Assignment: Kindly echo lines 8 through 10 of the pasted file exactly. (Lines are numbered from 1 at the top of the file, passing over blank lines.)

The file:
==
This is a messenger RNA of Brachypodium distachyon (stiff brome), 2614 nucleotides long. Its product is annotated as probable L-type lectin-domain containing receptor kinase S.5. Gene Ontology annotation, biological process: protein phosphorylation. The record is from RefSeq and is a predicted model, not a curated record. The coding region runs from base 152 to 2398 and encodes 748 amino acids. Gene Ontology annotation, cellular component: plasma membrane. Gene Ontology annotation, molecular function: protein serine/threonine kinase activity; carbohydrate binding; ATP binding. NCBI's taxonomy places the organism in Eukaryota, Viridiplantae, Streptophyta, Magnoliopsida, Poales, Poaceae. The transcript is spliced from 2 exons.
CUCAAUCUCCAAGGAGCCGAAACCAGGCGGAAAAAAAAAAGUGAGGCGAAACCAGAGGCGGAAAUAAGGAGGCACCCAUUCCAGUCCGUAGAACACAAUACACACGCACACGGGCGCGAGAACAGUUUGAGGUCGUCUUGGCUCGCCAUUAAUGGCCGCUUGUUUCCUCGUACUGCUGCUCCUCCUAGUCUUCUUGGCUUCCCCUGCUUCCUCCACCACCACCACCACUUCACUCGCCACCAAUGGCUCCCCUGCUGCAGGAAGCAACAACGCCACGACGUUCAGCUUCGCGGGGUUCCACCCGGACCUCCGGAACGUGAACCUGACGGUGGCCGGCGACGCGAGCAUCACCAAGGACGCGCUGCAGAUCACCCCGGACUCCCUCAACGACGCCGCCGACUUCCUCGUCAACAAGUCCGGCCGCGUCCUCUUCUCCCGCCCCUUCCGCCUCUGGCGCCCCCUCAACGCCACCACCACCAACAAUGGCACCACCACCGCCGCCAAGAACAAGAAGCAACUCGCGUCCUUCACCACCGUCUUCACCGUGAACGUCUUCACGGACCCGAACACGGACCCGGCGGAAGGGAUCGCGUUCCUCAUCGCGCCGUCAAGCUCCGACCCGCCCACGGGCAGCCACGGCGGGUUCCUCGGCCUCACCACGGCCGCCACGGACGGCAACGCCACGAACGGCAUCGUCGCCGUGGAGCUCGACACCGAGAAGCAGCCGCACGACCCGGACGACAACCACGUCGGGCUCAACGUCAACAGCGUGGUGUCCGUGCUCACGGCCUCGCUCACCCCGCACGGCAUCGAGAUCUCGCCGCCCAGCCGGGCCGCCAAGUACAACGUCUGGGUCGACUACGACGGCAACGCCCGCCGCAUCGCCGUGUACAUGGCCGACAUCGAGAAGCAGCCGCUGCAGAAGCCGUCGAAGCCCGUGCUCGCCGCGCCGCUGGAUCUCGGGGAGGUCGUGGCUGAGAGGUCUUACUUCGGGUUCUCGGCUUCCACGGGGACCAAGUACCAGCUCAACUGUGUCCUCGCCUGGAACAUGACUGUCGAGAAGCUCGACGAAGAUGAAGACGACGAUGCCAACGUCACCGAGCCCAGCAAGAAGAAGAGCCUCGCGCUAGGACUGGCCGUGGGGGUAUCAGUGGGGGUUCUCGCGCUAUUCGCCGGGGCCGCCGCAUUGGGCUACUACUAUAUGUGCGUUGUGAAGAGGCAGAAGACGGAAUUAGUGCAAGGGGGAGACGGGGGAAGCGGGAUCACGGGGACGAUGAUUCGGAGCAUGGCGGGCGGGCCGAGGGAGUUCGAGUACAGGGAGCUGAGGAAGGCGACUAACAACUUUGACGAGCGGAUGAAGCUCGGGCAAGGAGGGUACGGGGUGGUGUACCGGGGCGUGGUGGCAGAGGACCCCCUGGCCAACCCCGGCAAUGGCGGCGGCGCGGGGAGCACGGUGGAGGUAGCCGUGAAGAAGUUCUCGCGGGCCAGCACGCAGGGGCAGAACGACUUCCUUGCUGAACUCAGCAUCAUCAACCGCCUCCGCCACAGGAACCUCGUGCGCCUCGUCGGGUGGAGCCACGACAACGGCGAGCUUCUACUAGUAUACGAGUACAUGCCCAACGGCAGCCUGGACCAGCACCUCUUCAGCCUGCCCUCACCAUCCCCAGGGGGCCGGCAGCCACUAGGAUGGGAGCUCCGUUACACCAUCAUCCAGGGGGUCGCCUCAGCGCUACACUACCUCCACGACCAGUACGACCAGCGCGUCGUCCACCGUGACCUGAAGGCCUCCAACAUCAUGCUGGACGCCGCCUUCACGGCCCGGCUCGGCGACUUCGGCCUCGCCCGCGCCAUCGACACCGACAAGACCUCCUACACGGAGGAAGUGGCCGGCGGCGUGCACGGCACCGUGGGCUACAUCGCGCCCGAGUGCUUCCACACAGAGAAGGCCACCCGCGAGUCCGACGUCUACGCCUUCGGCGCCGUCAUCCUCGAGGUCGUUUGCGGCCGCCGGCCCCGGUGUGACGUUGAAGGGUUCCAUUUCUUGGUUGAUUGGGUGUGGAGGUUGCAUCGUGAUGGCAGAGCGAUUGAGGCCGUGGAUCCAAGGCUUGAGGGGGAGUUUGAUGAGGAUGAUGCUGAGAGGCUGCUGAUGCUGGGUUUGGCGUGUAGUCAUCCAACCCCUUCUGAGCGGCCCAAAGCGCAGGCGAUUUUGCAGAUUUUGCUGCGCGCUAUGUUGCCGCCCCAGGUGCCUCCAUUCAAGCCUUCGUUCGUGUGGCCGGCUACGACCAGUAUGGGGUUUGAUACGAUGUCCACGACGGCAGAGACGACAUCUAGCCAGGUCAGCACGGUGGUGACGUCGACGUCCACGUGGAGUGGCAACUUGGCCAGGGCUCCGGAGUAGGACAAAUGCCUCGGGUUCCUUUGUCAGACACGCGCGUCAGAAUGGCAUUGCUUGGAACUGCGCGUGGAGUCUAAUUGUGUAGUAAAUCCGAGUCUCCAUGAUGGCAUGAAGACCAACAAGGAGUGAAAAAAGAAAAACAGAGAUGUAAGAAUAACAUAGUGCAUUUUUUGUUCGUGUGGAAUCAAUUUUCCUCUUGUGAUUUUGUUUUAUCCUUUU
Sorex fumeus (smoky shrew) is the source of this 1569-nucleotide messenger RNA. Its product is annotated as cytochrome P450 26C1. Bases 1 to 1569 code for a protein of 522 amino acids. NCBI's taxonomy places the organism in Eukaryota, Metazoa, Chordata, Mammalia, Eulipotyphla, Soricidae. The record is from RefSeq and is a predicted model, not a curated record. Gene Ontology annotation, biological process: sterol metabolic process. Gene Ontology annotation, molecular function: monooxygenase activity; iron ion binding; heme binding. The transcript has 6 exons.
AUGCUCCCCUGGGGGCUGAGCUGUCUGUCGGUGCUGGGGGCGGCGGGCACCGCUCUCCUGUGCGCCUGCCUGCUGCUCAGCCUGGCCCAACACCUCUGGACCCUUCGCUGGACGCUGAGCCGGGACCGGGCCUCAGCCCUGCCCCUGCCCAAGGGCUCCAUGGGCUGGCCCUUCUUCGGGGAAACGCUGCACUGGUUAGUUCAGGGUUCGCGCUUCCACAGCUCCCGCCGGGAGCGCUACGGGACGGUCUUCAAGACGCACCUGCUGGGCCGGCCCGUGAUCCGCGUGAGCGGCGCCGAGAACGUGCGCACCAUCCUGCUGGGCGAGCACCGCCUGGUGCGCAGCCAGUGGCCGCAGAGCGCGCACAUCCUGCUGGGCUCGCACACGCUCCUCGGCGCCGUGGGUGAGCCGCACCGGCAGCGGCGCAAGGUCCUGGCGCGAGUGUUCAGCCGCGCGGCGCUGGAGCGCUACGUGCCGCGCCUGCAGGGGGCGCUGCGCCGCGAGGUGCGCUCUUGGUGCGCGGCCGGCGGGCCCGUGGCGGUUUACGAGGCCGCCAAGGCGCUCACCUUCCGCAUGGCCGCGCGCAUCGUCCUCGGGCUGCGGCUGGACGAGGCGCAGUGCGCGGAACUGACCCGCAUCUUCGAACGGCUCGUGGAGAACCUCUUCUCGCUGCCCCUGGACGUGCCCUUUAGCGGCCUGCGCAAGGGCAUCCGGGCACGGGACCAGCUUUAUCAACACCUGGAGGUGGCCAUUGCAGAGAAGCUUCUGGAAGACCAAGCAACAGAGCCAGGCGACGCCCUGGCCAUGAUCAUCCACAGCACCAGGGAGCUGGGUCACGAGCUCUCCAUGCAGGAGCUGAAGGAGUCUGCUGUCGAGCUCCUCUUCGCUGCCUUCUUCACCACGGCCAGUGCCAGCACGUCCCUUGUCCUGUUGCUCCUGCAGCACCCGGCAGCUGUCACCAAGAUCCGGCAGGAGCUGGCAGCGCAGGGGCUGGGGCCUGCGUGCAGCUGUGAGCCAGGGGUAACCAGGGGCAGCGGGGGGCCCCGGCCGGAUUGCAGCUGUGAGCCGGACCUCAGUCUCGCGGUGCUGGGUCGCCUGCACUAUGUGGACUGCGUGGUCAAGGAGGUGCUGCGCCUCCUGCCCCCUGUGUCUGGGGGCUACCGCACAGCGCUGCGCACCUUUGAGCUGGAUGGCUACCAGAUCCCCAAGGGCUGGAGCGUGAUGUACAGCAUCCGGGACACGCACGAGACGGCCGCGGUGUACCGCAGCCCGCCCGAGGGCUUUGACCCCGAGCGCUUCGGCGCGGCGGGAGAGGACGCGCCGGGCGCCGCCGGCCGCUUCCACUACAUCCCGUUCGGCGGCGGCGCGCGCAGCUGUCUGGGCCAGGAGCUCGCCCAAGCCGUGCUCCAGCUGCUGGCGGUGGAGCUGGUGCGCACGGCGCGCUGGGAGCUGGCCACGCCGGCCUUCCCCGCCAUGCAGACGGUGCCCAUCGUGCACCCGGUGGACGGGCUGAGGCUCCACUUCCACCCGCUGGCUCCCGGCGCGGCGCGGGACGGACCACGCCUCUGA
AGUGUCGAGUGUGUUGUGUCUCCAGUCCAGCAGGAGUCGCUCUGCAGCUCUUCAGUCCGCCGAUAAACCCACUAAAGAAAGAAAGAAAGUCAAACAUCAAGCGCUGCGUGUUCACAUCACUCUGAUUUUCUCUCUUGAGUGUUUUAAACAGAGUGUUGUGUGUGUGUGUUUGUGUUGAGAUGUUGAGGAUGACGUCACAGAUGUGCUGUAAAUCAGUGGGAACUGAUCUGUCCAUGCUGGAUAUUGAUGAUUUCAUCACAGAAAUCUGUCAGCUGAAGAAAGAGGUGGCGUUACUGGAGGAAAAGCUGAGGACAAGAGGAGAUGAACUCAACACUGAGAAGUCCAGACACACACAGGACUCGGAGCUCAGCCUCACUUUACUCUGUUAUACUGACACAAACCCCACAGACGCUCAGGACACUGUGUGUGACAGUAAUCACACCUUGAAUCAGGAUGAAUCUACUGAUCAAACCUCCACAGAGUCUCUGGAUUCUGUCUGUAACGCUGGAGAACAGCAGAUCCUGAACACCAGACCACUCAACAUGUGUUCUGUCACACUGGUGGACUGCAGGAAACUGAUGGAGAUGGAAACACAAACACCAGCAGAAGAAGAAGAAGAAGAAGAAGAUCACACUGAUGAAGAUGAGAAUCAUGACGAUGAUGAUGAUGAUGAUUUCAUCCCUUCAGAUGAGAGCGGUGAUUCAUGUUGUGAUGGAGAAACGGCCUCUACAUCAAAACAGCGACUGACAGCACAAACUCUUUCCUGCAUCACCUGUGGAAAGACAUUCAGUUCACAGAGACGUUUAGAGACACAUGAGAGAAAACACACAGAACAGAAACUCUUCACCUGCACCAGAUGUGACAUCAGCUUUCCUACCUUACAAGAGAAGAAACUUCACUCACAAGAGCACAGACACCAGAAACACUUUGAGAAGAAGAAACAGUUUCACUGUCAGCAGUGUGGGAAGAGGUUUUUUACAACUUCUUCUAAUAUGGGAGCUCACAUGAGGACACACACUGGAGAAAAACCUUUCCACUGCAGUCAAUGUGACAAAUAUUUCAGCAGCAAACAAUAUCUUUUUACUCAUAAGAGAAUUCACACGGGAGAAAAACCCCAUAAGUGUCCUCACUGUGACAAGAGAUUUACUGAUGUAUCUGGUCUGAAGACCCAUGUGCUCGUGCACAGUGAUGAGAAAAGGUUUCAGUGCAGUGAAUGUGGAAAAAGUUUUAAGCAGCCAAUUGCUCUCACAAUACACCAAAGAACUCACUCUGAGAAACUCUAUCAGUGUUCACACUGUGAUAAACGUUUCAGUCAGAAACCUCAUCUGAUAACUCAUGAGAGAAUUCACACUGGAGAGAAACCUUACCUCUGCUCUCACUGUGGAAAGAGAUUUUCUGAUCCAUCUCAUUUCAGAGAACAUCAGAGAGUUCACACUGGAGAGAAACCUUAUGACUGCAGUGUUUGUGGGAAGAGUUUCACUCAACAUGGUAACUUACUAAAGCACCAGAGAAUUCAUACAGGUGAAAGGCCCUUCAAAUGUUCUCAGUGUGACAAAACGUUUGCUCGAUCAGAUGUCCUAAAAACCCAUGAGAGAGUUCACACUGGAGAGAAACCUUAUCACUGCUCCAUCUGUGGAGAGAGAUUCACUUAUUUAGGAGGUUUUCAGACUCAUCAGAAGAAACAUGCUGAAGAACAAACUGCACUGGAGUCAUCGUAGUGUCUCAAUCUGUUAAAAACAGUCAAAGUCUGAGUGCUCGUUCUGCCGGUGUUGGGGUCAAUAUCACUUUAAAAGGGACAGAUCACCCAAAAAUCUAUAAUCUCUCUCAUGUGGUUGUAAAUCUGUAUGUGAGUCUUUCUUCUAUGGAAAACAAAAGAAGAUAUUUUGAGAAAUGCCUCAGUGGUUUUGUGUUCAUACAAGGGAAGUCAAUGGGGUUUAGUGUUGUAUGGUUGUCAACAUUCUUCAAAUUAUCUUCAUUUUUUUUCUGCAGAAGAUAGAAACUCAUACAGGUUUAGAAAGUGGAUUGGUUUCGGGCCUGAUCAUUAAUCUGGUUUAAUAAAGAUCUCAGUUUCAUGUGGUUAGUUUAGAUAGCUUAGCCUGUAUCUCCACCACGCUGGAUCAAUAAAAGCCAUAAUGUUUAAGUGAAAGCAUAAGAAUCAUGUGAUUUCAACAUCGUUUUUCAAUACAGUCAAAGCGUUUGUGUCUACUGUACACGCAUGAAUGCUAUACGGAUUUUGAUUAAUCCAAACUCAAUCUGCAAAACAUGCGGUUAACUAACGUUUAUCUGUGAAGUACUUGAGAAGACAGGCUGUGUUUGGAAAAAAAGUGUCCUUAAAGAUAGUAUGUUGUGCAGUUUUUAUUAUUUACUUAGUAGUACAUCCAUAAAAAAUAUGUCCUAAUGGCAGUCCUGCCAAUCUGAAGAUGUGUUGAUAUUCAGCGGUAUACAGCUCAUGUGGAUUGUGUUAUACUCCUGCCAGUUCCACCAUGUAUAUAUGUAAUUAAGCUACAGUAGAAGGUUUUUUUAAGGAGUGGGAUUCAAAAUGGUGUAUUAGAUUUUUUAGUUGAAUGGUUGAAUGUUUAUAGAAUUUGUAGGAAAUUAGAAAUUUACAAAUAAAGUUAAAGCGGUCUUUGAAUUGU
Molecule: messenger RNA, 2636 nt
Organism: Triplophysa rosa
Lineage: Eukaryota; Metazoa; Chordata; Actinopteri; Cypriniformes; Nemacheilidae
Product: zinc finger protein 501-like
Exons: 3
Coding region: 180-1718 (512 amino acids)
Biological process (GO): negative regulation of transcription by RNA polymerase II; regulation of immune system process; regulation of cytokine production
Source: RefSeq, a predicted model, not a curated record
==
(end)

Lineage: Eukaryota; Metazoa; Chordata; Actinopteri; Cypriniformes; Nemacheilidae
Product: zinc finger protein 501-like
Exons: 3